Given the significant percentage of people viewing the web at 800 x 600, designing for an optimal user experience at this resolution is still a viable standard for many companies; one that is adhered to by Yahoo!, MSN, AOL, and The New York Times. This approach has much to recommend it:
Accessibility. The primary bene?t of designing to an 800 x 600 standard is the obvious one: it ensures that the vast majority (virtually 100%) of a site’s audience will be able to see each page, in its entirety, with no horizontal scrolling, as it was specifically designed to be experienced (i.e., as opposed to a page optimally designed for a higher resolution that scales down to fit the smaller window).
Design Simplicity and Control. Picking a single page size regardless of monitor resolution allows designers to create a single, optimal layout that is consistent for all visitors and can be more easily updated. This also simplifies analysis of user feedback/site usage statistics since it is not necessary to consider the impact of different user experiences on these metrics.
Process/Operational Simplicity. Since the user experience is virtually identical for all site visitors, there is no need to parse content, functionality, ads, etc. between the two resolutions; i.e., the difficult decision of what material is placed beyond the vertical fold at 800 x 600 is avoided.
Predictability of Ad Inventory. Companies that rely on online advertising revenue are well aware of the challenges inherent in estimating, optimizing, and delivering on impressions promised to advertisers. Designing for a consistent resolution ensures that each pageview of a particular page template can be “counted” as a delivered impression, and that this number can be forecasted with some accuracy. If ads display differently (with respect to the horizontal or vertical folds) based on monitor resolution, these predictions and promises are more dif?cult to make.
In short, designing for 800 x 600 avoids risk and extra work. However, for many companies, this approach has one potentially signi?cant drawback: it leaves a large portion of the screen unused for a major percentage of the site’s audience (i.e., those users accessing the site at 1024 x 768). For sites that depend for their survival on their ability to monetize every unique visit/page view, this a potentially signi?cant waste. To quantify how much of a waste, see the formula in the callout box below.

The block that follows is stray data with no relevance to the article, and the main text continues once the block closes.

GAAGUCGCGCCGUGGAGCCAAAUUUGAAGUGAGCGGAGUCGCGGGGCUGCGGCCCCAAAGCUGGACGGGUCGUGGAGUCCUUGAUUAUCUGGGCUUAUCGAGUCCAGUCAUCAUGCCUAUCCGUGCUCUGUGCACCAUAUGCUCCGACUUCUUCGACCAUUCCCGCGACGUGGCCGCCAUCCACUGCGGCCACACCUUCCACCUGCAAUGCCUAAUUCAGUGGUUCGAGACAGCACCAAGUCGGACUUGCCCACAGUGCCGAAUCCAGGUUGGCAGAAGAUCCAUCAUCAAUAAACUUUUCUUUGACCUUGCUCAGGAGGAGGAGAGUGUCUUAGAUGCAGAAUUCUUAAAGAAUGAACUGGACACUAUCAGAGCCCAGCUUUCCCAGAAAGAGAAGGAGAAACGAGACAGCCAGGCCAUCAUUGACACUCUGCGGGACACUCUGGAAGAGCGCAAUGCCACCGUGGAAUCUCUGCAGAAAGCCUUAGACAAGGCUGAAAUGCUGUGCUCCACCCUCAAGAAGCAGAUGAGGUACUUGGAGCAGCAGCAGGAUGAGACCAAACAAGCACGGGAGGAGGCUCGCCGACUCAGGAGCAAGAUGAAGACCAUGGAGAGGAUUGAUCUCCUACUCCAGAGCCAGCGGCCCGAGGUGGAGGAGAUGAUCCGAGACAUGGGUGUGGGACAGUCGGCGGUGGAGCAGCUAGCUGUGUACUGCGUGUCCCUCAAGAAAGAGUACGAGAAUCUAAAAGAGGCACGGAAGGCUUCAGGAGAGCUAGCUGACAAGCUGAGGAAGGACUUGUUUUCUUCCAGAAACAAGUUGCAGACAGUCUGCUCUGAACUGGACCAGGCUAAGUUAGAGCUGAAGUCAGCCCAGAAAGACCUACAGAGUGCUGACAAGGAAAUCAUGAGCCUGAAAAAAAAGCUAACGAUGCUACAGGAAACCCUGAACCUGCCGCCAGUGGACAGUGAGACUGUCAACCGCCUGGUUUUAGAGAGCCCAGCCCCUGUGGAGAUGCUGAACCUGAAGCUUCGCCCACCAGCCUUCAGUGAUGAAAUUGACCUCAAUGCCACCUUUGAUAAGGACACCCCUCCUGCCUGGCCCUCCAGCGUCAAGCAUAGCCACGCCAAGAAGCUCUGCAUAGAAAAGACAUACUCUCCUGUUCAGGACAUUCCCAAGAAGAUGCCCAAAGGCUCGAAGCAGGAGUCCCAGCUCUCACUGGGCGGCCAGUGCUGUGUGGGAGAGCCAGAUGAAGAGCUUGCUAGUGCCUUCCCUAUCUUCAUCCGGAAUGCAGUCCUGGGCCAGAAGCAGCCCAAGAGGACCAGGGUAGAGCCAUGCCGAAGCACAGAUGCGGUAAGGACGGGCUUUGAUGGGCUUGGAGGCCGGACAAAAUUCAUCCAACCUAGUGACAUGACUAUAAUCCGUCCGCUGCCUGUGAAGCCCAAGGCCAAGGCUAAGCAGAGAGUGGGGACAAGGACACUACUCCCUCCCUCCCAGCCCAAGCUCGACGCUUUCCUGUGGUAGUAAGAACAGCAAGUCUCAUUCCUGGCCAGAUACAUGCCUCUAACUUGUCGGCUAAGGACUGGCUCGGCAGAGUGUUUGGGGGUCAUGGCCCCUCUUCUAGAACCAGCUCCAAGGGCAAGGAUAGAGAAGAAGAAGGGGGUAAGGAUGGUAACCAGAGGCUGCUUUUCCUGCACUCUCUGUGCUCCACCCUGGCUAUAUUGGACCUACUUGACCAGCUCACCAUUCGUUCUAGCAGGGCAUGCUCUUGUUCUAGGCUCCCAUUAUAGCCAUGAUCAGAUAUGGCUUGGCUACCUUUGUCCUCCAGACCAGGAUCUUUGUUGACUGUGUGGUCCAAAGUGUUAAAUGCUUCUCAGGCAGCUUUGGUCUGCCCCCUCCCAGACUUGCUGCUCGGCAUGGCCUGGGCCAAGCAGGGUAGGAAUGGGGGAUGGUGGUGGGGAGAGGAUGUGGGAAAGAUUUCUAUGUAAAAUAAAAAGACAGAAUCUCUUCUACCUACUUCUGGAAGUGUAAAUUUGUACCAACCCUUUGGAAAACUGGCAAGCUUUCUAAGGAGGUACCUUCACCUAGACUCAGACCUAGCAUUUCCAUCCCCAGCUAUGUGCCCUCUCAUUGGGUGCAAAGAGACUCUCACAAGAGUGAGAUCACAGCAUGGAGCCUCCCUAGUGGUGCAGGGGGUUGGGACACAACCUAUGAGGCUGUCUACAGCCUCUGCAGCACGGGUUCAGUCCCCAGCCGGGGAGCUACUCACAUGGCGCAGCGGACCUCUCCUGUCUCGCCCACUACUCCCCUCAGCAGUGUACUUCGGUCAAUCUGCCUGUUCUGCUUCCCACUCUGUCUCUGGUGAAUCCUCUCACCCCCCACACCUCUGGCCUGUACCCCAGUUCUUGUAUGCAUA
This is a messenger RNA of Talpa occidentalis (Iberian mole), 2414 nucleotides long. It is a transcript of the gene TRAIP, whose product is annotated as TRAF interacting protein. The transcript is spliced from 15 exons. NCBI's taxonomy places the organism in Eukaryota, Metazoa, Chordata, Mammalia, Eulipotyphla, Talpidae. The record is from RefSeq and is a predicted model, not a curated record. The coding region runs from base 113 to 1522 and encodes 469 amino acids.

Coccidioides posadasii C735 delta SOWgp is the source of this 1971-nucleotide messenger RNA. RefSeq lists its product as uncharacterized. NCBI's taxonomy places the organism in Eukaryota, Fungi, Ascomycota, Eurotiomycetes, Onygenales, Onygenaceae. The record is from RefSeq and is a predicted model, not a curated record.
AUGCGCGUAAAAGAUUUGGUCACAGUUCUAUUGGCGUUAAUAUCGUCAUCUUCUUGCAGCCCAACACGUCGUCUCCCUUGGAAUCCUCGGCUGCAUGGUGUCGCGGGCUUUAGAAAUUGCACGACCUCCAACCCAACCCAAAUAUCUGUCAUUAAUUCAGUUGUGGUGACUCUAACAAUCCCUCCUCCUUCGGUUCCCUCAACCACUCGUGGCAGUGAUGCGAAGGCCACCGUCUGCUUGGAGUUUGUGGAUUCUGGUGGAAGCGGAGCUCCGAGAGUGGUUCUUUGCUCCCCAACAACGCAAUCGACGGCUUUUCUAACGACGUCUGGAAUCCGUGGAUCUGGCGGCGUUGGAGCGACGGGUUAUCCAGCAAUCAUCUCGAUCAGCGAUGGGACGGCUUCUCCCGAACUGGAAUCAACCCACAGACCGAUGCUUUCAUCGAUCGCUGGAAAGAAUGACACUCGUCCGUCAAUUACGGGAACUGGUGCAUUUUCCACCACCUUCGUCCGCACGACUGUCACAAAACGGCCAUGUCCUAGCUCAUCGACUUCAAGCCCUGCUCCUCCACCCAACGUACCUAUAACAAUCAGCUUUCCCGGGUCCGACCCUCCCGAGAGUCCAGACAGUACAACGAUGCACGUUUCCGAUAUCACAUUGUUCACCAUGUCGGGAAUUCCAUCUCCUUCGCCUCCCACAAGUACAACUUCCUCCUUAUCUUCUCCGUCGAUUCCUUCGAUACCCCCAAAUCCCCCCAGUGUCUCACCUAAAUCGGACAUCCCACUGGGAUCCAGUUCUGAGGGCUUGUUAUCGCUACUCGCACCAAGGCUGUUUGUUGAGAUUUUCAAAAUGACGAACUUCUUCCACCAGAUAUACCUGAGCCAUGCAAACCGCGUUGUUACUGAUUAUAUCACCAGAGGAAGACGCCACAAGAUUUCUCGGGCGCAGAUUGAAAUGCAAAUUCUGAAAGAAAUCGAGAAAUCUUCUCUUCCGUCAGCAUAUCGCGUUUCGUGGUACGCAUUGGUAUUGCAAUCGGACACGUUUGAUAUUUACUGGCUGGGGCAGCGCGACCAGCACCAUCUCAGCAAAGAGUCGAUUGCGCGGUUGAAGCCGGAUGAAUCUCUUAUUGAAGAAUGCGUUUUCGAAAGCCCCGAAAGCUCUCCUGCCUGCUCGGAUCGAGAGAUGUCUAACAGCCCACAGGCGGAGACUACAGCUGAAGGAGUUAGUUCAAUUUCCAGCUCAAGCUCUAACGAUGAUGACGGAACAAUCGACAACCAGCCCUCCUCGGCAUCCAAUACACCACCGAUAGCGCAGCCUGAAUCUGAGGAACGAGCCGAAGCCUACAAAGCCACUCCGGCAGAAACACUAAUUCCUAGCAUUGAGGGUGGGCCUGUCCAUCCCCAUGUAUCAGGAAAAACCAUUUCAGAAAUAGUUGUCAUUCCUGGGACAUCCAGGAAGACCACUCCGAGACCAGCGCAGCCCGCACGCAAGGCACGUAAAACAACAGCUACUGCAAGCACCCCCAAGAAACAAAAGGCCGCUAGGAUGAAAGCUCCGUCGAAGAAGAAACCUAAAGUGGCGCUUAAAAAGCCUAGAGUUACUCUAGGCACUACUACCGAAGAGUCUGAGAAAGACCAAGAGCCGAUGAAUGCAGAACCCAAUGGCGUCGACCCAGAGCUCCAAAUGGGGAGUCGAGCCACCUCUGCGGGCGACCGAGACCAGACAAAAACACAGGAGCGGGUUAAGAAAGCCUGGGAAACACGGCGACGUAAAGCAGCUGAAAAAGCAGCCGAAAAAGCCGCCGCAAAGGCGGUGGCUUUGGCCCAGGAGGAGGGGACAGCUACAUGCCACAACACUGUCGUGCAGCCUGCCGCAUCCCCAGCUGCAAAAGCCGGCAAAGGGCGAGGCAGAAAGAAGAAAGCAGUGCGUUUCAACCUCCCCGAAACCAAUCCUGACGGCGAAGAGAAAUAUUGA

The issue of forecasting and tracking ad impressions that would appear beyond the vertical fold is a somewhat tricky one. If these ads display whether or not a user scrolls over, the 800 x 600 impressions would still be counted even though the user didn’t actually see the ad. While there are a variety of technical means for addressing this issue, a simple approach could be to apply a discount factor to the impressions number based on the percentage of page views tracked for the period at the lower resolution. In other words, advertisers only pay for the number of delivered impressions times the percentage of 1024 x 768 page views for the period; the 800 x 600 “scroll-over” page views could be thrown in for free. In actual fact, this approach probably provides more certainty for advertisers than they would receive if their ad appeared below the horizontal fold (we are not aware of any technical means that exists to validate if a user scrolls down to view the bottom of a page).
SITES OPTIMIZED FOR 800 x 600 The following three sites MSN (http://www.msn.com), The New York Times (http://www.nytimes.com) and Sports Illustrated (http://www.si.com) are additional examples of how a higher resolution creates blank screen space around 800 x 600 sites.
This is an excerpt from a 2005 paper, download the full version in pdf form here.